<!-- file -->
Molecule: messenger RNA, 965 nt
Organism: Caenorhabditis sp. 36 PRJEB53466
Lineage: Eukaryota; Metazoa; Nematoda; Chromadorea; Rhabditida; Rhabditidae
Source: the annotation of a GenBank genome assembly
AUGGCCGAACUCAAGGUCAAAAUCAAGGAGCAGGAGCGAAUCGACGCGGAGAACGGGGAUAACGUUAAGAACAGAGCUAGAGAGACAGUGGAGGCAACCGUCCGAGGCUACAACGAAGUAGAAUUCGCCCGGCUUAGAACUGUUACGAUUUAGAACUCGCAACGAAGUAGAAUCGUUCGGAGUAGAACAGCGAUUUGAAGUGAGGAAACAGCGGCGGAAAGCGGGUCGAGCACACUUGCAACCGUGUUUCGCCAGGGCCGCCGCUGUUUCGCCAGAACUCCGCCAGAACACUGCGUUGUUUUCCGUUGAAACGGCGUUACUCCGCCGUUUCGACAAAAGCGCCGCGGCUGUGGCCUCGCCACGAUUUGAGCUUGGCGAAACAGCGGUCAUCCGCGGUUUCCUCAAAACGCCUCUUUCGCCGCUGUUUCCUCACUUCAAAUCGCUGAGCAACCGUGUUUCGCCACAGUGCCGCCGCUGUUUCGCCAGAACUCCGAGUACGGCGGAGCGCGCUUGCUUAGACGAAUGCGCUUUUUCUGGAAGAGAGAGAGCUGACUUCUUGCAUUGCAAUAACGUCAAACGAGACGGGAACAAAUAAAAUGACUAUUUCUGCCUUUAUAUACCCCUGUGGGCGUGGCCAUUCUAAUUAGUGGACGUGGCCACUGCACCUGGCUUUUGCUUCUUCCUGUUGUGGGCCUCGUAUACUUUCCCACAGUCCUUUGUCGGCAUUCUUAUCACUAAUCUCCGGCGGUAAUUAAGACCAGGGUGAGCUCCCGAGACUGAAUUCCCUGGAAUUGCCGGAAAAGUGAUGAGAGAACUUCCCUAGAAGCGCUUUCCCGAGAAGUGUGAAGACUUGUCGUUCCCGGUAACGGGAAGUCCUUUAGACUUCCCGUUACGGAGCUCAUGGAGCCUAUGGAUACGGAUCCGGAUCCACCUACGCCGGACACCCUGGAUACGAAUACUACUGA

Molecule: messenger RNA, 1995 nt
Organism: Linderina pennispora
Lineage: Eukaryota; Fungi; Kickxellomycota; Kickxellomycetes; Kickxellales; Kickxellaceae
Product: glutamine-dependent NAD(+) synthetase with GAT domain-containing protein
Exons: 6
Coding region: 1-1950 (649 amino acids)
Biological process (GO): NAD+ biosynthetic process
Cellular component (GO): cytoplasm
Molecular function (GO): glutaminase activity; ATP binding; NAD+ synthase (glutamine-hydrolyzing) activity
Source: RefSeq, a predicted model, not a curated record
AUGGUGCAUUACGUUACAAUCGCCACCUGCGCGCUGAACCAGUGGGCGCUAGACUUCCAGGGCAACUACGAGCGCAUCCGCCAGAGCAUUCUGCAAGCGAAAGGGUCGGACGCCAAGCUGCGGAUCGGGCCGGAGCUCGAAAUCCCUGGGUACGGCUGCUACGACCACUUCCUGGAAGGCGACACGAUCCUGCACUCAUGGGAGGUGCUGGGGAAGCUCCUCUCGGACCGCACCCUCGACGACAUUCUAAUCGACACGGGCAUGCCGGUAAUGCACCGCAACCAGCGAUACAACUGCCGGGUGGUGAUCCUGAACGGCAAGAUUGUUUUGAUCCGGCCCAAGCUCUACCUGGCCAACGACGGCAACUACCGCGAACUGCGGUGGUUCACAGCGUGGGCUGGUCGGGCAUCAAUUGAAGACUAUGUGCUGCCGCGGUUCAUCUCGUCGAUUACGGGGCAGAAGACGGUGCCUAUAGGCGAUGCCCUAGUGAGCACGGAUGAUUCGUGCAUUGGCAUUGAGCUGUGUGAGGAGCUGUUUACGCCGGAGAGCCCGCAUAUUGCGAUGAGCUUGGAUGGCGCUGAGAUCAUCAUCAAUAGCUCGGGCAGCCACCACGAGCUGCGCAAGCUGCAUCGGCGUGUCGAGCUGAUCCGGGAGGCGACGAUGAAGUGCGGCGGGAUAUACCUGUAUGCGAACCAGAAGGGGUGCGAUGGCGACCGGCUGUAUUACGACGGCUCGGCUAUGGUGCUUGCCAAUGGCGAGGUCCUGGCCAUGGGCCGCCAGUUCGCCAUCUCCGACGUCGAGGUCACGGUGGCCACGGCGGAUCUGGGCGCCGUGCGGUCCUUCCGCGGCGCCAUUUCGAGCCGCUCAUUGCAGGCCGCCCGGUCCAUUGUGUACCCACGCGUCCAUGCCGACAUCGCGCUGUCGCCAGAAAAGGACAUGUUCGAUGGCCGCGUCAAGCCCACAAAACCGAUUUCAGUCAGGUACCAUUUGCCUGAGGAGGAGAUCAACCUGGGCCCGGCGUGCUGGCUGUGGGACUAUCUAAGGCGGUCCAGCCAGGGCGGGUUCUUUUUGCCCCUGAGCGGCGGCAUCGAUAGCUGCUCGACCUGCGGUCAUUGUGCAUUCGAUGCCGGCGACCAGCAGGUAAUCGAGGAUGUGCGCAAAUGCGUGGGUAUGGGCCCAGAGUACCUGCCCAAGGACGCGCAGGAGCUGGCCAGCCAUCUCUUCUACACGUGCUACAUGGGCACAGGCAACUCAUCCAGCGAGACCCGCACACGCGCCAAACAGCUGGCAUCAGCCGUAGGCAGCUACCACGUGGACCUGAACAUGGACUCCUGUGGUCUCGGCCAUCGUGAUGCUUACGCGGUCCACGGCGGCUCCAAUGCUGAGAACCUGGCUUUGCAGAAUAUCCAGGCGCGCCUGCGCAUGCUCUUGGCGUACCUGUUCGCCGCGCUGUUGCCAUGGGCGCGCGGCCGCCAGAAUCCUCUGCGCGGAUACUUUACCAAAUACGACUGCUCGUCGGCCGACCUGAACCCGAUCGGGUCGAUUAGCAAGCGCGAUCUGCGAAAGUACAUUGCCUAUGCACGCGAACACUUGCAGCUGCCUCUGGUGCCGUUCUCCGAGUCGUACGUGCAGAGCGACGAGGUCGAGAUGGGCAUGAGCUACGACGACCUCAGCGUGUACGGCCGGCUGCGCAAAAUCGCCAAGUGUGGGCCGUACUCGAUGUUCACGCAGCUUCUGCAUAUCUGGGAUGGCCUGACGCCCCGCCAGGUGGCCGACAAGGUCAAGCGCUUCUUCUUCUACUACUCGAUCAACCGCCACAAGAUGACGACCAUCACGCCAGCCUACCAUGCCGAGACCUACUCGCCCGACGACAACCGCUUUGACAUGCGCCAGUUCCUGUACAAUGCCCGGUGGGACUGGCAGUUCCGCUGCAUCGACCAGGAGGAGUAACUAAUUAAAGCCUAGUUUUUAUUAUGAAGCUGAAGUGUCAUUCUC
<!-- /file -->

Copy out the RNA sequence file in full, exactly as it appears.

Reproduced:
Molecule: messenger RNA, 965 nt
Organism: Caenorhabditis sp. 36 PRJEB53466
Lineage: Eukaryota; Metazoa; Nematoda; Chromadorea; Rhabditida; Rhabditidae
Source: the annotation of a GenBank genome assembly
AUGGCCGAACUCAAGGUCAAAAUCAAGGAGCAGGAGCGAAUCGACGCGGAGAACGGGGAUAACGUUAAGAACAGAGCUAGAGAGACAGUGGAGGCAACCGUCCGAGGCUACAACGAAGUAGAAUUCGCCCGGCUUAGAACUGUUACGAUUUAGAACUCGCAACGAAGUAGAAUCGUUCGGAGUAGAACAGCGAUUUGAAGUGAGGAAACAGCGGCGGAAAGCGGGUCGAGCACACUUGCAACCGUGUUUCGCCAGGGCCGCCGCUGUUUCGCCAGAACUCCGCCAGAACACUGCGUUGUUUUCCGUUGAAACGGCGUUACUCCGCCGUUUCGACAAAAGCGCCGCGGCUGUGGCCUCGCCACGAUUUGAGCUUGGCGAAACAGCGGUCAUCCGCGGUUUCCUCAAAACGCCUCUUUCGCCGCUGUUUCCUCACUUCAAAUCGCUGAGCAACCGUGUUUCGCCACAGUGCCGCCGCUGUUUCGCCAGAACUCCGAGUACGGCGGAGCGCGCUUGCUUAGACGAAUGCGCUUUUUCUGGAAGAGAGAGAGCUGACUUCUUGCAUUGCAAUAACGUCAAACGAGACGGGAACAAAUAAAAUGACUAUUUCUGCCUUUAUAUACCCCUGUGGGCGUGGCCAUUCUAAUUAGUGGACGUGGCCACUGCACCUGGCUUUUGCUUCUUCCUGUUGUGGGCCUCGUAUACUUUCCCACAGUCCUUUGUCGGCAUUCUUAUCACUAAUCUCCGGCGGUAAUUAAGACCAGGGUGAGCUCCCGAGACUGAAUUCCCUGGAAUUGCCGGAAAAGUGAUGAGAGAACUUCCCUAGAAGCGCUUUCCCGAGAAGUGUGAAGACUUGUCGUUCCCGGUAACGGGAAGUCCUUUAGACUUCCCGUUACGGAGCUCAUGGAGCCUAUGGAUACGGAUCCGGAUCCACCUACGCCGGACACCCUGGAUACGAAUACUACUGA

Molecule: messenger RNA, 1995 nt
Organism: Linderina pennispora
Lineage: Eukaryota; Fungi; Kickxellomycota; Kickxellomycetes; Kickxellales; Kickxellaceae
Product: glutamine-dependent NAD(+) synthetase with GAT domain-containing protein
Exons: 6
Coding region: 1-1950 (649 amino acids)
Biological process (GO): NAD+ biosynthetic process
Cellular component (GO): cytoplasm
Molecular function (GO): glutaminase activity; ATP binding; NAD+ synthase (glutamine-hydrolyzing) activity
Source: RefSeq, a predicted model, not a curated record
AUGGUGCAUUACGUUACAAUCGCCACCUGCGCGCUGAACCAGUGGGCGCUAGACUUCCAGGGCAACUACGAGCGCAUCCGCCAGAGCAUUCUGCAAGCGAAAGGGUCGGACGCCAAGCUGCGGAUCGGGCCGGAGCUCGAAAUCCCUGGGUACGGCUGCUACGACCACUUCCUGGAAGGCGACACGAUCCUGCACUCAUGGGAGGUGCUGGGGAAGCUCCUCUCGGACCGCACCCUCGACGACAUUCUAAUCGACACGGGCAUGCCGGUAAUGCACCGCAACCAGCGAUACAACUGCCGGGUGGUGAUCCUGAACGGCAAGAUUGUUUUGAUCCGGCCCAAGCUCUACCUGGCCAACGACGGCAACUACCGCGAACUGCGGUGGUUCACAGCGUGGGCUGGUCGGGCAUCAAUUGAAGACUAUGUGCUGCCGCGGUUCAUCUCGUCGAUUACGGGGCAGAAGACGGUGCCUAUAGGCGAUGCCCUAGUGAGCACGGAUGAUUCGUGCAUUGGCAUUGAGCUGUGUGAGGAGCUGUUUACGCCGGAGAGCCCGCAUAUUGCGAUGAGCUUGGAUGGCGCUGAGAUCAUCAUCAAUAGCUCGGGCAGCCACCACGAGCUGCGCAAGCUGCAUCGGCGUGUCGAGCUGAUCCGGGAGGCGACGAUGAAGUGCGGCGGGAUAUACCUGUAUGCGAACCAGAAGGGGUGCGAUGGCGACCGGCUGUAUUACGACGGCUCGGCUAUGGUGCUUGCCAAUGGCGAGGUCCUGGCCAUGGGCCGCCAGUUCGCCAUCUCCGACGUCGAGGUCACGGUGGCCACGGCGGAUCUGGGCGCCGUGCGGUCCUUCCGCGGCGCCAUUUCGAGCCGCUCAUUGCAGGCCGCCCGGUCCAUUGUGUACCCACGCGUCCAUGCCGACAUCGCGCUGUCGCCAGAAAAGGACAUGUUCGAUGGCCGCGUCAAGCCCACAAAACCGAUUUCAGUCAGGUACCAUUUGCCUGAGGAGGAGAUCAACCUGGGCCCGGCGUGCUGGCUGUGGGACUAUCUAAGGCGGUCCAGCCAGGGCGGGUUCUUUUUGCCCCUGAGCGGCGGCAUCGAUAGCUGCUCGACCUGCGGUCAUUGUGCAUUCGAUGCCGGCGACCAGCAGGUAAUCGAGGAUGUGCGCAAAUGCGUGGGUAUGGGCCCAGAGUACCUGCCCAAGGACGCGCAGGAGCUGGCCAGCCAUCUCUUCUACACGUGCUACAUGGGCACAGGCAACUCAUCCAGCGAGACCCGCACACGCGCCAAACAGCUGGCAUCAGCCGUAGGCAGCUACCACGUGGACCUGAACAUGGACUCCUGUGGUCUCGGCCAUCGUGAUGCUUACGCGGUCCACGGCGGCUCCAAUGCUGAGAACCUGGCUUUGCAGAAUAUCCAGGCGCGCCUGCGCAUGCUCUUGGCGUACCUGUUCGCCGCGCUGUUGCCAUGGGCGCGCGGCCGCCAGAAUCCUCUGCGCGGAUACUUUACCAAAUACGACUGCUCGUCGGCCGACCUGAACCCGAUCGGGUCGAUUAGCAAGCGCGAUCUGCGAAAGUACAUUGCCUAUGCACGCGAACACUUGCAGCUGCCUCUGGUGCCGUUCUCCGAGUCGUACGUGCAGAGCGACGAGGUCGAGAUGGGCAUGAGCUACGACGACCUCAGCGUGUACGGCCGGCUGCGCAAAAUCGCCAAGUGUGGGCCGUACUCGAUGUUCACGCAGCUUCUGCAUAUCUGGGAUGGCCUGACGCCCCGCCAGGUGGCCGACAAGGUCAAGCGCUUCUUCUUCUACUACUCGAUCAACCGCCACAAGAUGACGACCAUCACGCCAGCCUACCAUGCCGAGACCUACUCGCCCGACGACAACCGCUUUGACAUGCGCCAGUUCCUGUACAAUGCCCGGUGGGACUGGCAGUUCCGCUGCAUCGACCAGGAGGAGUAACUAAUUAAAGCCUAGUUUUUAUUAUGAAGCUGAAGUGUCAUUCUC